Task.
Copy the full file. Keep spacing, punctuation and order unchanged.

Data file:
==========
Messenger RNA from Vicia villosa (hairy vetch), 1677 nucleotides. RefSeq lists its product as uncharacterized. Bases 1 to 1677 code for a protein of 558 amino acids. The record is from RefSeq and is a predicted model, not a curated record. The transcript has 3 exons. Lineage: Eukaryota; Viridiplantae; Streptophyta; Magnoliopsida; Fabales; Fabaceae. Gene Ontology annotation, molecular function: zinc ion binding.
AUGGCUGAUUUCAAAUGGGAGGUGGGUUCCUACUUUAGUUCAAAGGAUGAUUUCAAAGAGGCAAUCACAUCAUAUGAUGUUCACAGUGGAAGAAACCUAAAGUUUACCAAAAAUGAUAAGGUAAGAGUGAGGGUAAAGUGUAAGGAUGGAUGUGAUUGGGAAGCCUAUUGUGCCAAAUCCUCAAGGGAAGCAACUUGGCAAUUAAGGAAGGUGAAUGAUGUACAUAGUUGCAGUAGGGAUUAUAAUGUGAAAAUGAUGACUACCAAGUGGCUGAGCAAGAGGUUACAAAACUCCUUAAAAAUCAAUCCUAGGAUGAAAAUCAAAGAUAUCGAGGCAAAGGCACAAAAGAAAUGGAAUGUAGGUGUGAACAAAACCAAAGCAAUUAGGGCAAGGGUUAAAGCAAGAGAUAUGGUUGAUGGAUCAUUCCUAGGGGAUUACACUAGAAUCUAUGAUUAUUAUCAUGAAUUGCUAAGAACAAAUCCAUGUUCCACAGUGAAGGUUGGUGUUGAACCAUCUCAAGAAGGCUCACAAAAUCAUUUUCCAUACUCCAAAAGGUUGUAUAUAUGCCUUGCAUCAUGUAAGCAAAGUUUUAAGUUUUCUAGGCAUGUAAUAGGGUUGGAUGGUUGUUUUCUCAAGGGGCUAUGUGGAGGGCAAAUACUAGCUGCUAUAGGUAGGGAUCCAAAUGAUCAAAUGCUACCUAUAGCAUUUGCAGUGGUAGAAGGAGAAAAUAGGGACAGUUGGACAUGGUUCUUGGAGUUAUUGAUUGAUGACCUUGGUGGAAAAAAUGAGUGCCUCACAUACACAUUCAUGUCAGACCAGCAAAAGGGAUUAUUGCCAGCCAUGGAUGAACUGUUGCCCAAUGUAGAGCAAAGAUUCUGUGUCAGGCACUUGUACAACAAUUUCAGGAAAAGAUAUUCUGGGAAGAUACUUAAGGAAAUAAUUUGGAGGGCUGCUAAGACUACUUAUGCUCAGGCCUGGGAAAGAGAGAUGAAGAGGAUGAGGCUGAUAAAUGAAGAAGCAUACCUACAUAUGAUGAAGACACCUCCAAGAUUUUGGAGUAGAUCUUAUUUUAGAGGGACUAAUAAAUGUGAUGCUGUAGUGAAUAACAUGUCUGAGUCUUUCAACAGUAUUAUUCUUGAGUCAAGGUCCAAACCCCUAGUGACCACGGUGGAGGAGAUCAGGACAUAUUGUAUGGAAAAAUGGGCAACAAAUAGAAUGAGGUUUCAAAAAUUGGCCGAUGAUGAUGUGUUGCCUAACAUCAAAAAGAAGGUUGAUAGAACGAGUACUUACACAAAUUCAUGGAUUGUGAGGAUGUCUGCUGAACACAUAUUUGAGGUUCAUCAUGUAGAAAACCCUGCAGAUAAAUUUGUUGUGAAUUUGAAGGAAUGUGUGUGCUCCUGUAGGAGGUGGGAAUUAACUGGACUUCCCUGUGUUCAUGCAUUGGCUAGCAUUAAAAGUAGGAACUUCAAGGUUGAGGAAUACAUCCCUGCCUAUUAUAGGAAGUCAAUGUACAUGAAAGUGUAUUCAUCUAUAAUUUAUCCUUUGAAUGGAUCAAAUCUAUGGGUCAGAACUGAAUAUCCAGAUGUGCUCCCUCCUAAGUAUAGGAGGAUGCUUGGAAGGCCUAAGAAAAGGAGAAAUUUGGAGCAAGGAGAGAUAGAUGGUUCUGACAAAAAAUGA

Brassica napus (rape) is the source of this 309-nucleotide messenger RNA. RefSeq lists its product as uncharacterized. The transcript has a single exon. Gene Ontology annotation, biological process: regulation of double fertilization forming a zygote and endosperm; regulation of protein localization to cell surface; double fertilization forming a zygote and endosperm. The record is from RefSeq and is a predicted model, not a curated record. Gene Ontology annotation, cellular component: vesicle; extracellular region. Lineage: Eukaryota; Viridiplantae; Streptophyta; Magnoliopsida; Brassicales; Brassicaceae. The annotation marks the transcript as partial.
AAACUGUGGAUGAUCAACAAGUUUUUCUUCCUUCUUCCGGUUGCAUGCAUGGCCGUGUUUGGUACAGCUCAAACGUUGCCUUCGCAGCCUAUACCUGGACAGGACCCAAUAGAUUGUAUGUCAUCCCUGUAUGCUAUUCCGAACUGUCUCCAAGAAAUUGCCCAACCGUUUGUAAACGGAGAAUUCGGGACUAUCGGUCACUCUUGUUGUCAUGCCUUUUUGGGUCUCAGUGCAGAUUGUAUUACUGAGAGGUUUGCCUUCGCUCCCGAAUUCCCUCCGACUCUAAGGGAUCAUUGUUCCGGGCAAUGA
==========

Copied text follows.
Messenger RNA from Vicia villosa (hairy vetch), 1677 nucleotides. RefSeq lists its product as uncharacterized. Bases 1 to 1677 code for a protein of 558 amino acids. The record is from RefSeq and is a predicted model, not a curated record. The transcript has 3 exons. Lineage: Eukaryota; Viridiplantae; Streptophyta; Magnoliopsida; Fabales; Fabaceae. Gene Ontology annotation, molecular function: zinc ion binding.
AUGGCUGAUUUCAAAUGGGAGGUGGGUUCCUACUUUAGUUCAAAGGAUGAUUUCAAAGAGGCAAUCACAUCAUAUGAUGUUCACAGUGGAAGAAACCUAAAGUUUACCAAAAAUGAUAAGGUAAGAGUGAGGGUAAAGUGUAAGGAUGGAUGUGAUUGGGAAGCCUAUUGUGCCAAAUCCUCAAGGGAAGCAACUUGGCAAUUAAGGAAGGUGAAUGAUGUACAUAGUUGCAGUAGGGAUUAUAAUGUGAAAAUGAUGACUACCAAGUGGCUGAGCAAGAGGUUACAAAACUCCUUAAAAAUCAAUCCUAGGAUGAAAAUCAAAGAUAUCGAGGCAAAGGCACAAAAGAAAUGGAAUGUAGGUGUGAACAAAACCAAAGCAAUUAGGGCAAGGGUUAAAGCAAGAGAUAUGGUUGAUGGAUCAUUCCUAGGGGAUUACACUAGAAUCUAUGAUUAUUAUCAUGAAUUGCUAAGAACAAAUCCAUGUUCCACAGUGAAGGUUGGUGUUGAACCAUCUCAAGAAGGCUCACAAAAUCAUUUUCCAUACUCCAAAAGGUUGUAUAUAUGCCUUGCAUCAUGUAAGCAAAGUUUUAAGUUUUCUAGGCAUGUAAUAGGGUUGGAUGGUUGUUUUCUCAAGGGGCUAUGUGGAGGGCAAAUACUAGCUGCUAUAGGUAGGGAUCCAAAUGAUCAAAUGCUACCUAUAGCAUUUGCAGUGGUAGAAGGAGAAAAUAGGGACAGUUGGACAUGGUUCUUGGAGUUAUUGAUUGAUGACCUUGGUGGAAAAAAUGAGUGCCUCACAUACACAUUCAUGUCAGACCAGCAAAAGGGAUUAUUGCCAGCCAUGGAUGAACUGUUGCCCAAUGUAGAGCAAAGAUUCUGUGUCAGGCACUUGUACAACAAUUUCAGGAAAAGAUAUUCUGGGAAGAUACUUAAGGAAAUAAUUUGGAGGGCUGCUAAGACUACUUAUGCUCAGGCCUGGGAAAGAGAGAUGAAGAGGAUGAGGCUGAUAAAUGAAGAAGCAUACCUACAUAUGAUGAAGACACCUCCAAGAUUUUGGAGUAGAUCUUAUUUUAGAGGGACUAAUAAAUGUGAUGCUGUAGUGAAUAACAUGUCUGAGUCUUUCAACAGUAUUAUUCUUGAGUCAAGGUCCAAACCCCUAGUGACCACGGUGGAGGAGAUCAGGACAUAUUGUAUGGAAAAAUGGGCAACAAAUAGAAUGAGGUUUCAAAAAUUGGCCGAUGAUGAUGUGUUGCCUAACAUCAAAAAGAAGGUUGAUAGAACGAGUACUUACACAAAUUCAUGGAUUGUGAGGAUGUCUGCUGAACACAUAUUUGAGGUUCAUCAUGUAGAAAACCCUGCAGAUAAAUUUGUUGUGAAUUUGAAGGAAUGUGUGUGCUCCUGUAGGAGGUGGGAAUUAACUGGACUUCCCUGUGUUCAUGCAUUGGCUAGCAUUAAAAGUAGGAACUUCAAGGUUGAGGAAUACAUCCCUGCCUAUUAUAGGAAGUCAAUGUACAUGAAAGUGUAUUCAUCUAUAAUUUAUCCUUUGAAUGGAUCAAAUCUAUGGGUCAGAACUGAAUAUCCAGAUGUGCUCCCUCCUAAGUAUAGGAGGAUGCUUGGAAGGCCUAAGAAAAGGAGAAAUUUGGAGCAAGGAGAGAUAGAUGGUUCUGACAAAAAAUGA

Brassica napus (rape) is the source of this 309-nucleotide messenger RNA. RefSeq lists its product as uncharacterized. The transcript has a single exon. Gene Ontology annotation, biological process: regulation of double fertilization forming a zygote and endosperm; regulation of protein localization to cell surface; double fertilization forming a zygote and endosperm. The record is from RefSeq and is a predicted model, not a curated record. Gene Ontology annotation, cellular component: vesicle; extracellular region. Lineage: Eukaryota; Viridiplantae; Streptophyta; Magnoliopsida; Brassicales; Brassicaceae. The annotation marks the transcript as partial.
AAACUGUGGAUGAUCAACAAGUUUUUCUUCCUUCUUCCGGUUGCAUGCAUGGCCGUGUUUGGUACAGCUCAAACGUUGCCUUCGCAGCCUAUACCUGGACAGGACCCAAUAGAUUGUAUGUCAUCCCUGUAUGCUAUUCCGAACUGUCUCCAAGAAAUUGCCCAACCGUUUGUAAACGGAGAAUUCGGGACUAUCGGUCACUCUUGUUGUCAUGCCUUUUUGGGUCUCAGUGCAGAUUGUAUUACUGAGAGGUUUGCCUUCGCUCCCGAAUUCCCUCCGACUCUAAGGGAUCAUUGUUCCGGGCAAUGA